Given (2) is a “fact of science,” then surely our lives must have no lasting, over-arching, “meaning.” Professor Cox admits this, indeed he himself does not believe that there is any, “global meaning,” to our lives. Yet what he offers in its place is that our lives have meaning and value, simply because they are so rare and yet they exist! He says…

“I argue that meaning exists BECAUSE we exist. I don’t think there’s any such thing as ‘global meaning’ – I think that meaning is local and emergent and temporary. But, let’s say that in the Milky Way Galaxy, Earth is the only planet with a civilisation on it – which is quite possible. I’d argue from a biological perspective that means that this planet is the only place where meaning exists in the Milky Way. And that, for me, is sublime.”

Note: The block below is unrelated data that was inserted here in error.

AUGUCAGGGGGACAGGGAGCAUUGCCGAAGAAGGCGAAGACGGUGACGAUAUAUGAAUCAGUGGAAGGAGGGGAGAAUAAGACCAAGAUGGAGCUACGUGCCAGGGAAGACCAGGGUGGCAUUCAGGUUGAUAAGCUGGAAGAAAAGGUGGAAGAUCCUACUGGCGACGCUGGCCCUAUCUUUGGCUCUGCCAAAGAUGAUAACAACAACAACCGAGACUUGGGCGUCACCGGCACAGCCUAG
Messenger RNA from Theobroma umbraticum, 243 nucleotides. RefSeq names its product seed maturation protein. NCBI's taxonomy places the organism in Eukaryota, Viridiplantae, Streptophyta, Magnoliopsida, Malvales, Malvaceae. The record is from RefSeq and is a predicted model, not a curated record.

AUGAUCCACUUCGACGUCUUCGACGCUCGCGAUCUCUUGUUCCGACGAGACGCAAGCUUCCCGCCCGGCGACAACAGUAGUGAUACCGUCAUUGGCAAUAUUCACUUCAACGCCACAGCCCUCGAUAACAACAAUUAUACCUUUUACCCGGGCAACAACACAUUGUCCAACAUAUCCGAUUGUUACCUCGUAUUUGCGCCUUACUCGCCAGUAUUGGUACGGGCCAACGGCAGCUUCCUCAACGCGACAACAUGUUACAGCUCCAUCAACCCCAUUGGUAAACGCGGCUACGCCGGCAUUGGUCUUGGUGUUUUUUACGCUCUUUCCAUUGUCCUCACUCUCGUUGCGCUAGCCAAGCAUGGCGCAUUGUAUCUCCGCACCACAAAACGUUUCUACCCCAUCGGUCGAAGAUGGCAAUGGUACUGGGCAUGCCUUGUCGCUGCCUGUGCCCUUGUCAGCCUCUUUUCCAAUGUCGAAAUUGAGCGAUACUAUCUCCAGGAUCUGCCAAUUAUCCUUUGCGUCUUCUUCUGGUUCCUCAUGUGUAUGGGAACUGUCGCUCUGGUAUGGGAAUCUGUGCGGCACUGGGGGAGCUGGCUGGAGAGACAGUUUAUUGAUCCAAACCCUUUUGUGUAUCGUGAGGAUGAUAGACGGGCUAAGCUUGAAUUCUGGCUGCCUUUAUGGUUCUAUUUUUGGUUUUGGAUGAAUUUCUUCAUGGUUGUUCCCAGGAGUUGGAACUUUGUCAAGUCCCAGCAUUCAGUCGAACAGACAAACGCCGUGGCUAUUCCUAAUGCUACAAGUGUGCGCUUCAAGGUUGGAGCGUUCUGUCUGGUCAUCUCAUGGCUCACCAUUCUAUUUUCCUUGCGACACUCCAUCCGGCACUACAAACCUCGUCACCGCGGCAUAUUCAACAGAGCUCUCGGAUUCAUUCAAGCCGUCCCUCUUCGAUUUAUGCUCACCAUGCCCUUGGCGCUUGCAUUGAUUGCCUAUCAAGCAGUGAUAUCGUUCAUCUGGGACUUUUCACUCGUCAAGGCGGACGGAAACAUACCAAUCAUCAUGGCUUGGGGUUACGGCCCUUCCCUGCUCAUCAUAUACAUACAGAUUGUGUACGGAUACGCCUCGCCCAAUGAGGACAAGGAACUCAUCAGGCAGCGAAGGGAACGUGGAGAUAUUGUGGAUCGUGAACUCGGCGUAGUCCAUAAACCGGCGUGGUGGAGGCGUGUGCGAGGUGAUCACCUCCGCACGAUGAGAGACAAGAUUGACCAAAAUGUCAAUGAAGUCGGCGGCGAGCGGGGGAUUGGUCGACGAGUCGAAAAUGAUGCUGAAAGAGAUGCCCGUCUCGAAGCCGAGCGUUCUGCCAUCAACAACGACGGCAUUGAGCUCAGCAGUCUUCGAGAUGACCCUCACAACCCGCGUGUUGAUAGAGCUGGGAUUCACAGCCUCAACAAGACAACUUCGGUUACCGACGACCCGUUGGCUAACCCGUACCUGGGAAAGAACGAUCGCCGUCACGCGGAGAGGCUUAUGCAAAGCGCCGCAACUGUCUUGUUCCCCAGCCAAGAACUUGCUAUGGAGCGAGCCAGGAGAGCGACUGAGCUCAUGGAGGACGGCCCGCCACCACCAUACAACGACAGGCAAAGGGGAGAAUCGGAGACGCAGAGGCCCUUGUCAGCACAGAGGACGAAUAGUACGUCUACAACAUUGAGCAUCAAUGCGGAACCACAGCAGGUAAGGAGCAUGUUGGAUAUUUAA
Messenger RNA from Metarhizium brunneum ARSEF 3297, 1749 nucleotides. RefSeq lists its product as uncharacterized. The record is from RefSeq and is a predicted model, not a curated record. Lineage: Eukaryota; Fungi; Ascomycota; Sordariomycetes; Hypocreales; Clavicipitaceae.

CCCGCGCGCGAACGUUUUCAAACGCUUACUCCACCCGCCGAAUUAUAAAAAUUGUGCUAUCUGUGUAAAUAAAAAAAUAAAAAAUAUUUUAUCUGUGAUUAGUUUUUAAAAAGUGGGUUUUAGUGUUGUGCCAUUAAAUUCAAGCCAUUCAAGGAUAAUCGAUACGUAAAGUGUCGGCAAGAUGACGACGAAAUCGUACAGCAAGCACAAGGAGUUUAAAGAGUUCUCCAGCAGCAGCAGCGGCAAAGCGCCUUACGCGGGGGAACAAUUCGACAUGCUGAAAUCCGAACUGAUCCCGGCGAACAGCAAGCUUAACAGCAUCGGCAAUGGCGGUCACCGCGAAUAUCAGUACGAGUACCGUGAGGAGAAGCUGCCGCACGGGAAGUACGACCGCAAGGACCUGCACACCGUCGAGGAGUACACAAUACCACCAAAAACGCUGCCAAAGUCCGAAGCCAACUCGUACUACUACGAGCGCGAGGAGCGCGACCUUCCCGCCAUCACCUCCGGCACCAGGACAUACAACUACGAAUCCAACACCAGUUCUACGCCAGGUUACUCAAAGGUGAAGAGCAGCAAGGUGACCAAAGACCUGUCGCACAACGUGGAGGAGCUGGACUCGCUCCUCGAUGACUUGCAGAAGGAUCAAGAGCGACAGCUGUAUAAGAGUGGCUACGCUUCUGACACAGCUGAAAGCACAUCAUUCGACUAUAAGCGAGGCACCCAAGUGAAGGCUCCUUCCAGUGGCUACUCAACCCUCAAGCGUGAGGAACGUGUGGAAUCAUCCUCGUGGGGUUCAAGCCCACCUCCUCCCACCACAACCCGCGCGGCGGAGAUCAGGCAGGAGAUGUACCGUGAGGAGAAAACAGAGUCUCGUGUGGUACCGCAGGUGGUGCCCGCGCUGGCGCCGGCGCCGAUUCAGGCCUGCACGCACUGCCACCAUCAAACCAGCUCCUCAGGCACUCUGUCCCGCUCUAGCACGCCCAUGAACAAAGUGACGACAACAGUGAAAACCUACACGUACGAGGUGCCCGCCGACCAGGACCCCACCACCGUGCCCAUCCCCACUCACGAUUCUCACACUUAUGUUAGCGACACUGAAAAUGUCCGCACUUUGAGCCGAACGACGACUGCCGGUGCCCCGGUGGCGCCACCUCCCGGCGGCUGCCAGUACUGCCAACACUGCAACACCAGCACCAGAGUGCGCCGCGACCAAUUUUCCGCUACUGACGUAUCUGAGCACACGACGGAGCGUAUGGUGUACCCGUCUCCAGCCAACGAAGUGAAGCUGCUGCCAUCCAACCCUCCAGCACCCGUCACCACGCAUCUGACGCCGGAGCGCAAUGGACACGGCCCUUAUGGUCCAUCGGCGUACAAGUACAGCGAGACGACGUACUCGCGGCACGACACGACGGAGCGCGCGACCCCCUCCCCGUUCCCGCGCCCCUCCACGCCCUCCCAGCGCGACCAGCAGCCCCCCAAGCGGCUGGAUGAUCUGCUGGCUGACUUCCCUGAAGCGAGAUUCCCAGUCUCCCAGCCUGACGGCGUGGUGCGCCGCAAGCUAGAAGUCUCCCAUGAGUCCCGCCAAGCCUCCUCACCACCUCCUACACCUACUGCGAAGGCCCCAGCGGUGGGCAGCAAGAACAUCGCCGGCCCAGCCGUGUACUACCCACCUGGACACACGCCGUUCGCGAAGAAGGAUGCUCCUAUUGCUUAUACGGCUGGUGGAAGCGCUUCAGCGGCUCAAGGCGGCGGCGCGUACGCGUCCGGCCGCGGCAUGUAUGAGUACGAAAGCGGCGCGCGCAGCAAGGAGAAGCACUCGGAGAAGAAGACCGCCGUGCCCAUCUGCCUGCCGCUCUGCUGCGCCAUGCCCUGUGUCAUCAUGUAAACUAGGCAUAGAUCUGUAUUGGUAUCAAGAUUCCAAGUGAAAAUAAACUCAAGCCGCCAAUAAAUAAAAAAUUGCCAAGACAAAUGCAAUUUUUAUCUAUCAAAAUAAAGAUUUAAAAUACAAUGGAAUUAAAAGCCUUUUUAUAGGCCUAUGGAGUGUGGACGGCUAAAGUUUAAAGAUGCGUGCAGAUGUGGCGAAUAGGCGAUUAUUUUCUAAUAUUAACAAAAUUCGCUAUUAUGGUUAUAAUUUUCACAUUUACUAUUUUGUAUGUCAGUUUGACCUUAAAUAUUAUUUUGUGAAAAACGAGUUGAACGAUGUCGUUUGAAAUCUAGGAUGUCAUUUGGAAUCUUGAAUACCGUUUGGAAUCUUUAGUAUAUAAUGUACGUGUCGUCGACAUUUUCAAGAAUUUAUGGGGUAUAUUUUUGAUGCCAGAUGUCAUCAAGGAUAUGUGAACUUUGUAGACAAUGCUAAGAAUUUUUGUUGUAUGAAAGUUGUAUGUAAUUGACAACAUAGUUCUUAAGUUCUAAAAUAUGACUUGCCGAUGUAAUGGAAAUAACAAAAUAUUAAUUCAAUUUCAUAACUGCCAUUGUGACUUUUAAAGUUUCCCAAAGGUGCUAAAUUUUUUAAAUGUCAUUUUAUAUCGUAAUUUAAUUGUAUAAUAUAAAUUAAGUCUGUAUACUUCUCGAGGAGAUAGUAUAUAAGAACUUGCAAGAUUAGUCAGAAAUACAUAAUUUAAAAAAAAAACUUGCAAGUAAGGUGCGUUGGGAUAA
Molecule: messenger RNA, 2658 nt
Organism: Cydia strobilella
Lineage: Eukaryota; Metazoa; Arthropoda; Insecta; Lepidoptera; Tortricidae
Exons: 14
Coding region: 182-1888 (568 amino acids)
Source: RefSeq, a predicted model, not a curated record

The odds of life are so rare, and the existence of life in the universe being (so far) limited to one small blue-green planet, means that life is precious. And from this preciousness flows our value and meaning. Coming to terms with our tiny place in a huge galaxy is how we achieve a sense of peace in this life that we live.

“I think that we are extremely valuable. And I think that coming to terms with the facts that our lives are small and finite in both space and time, that’s where you find the sublime. If there’s any such thing as the meaning of life, it’s coming to accept that. In my view, the laws of nature force us to accept that we cannot be immortal.”

He also argues, from physics, particles and Einstein’s theory of relativity, that there is no genuine free will or choice, and that instead, we are simply products of the events that make up our lives.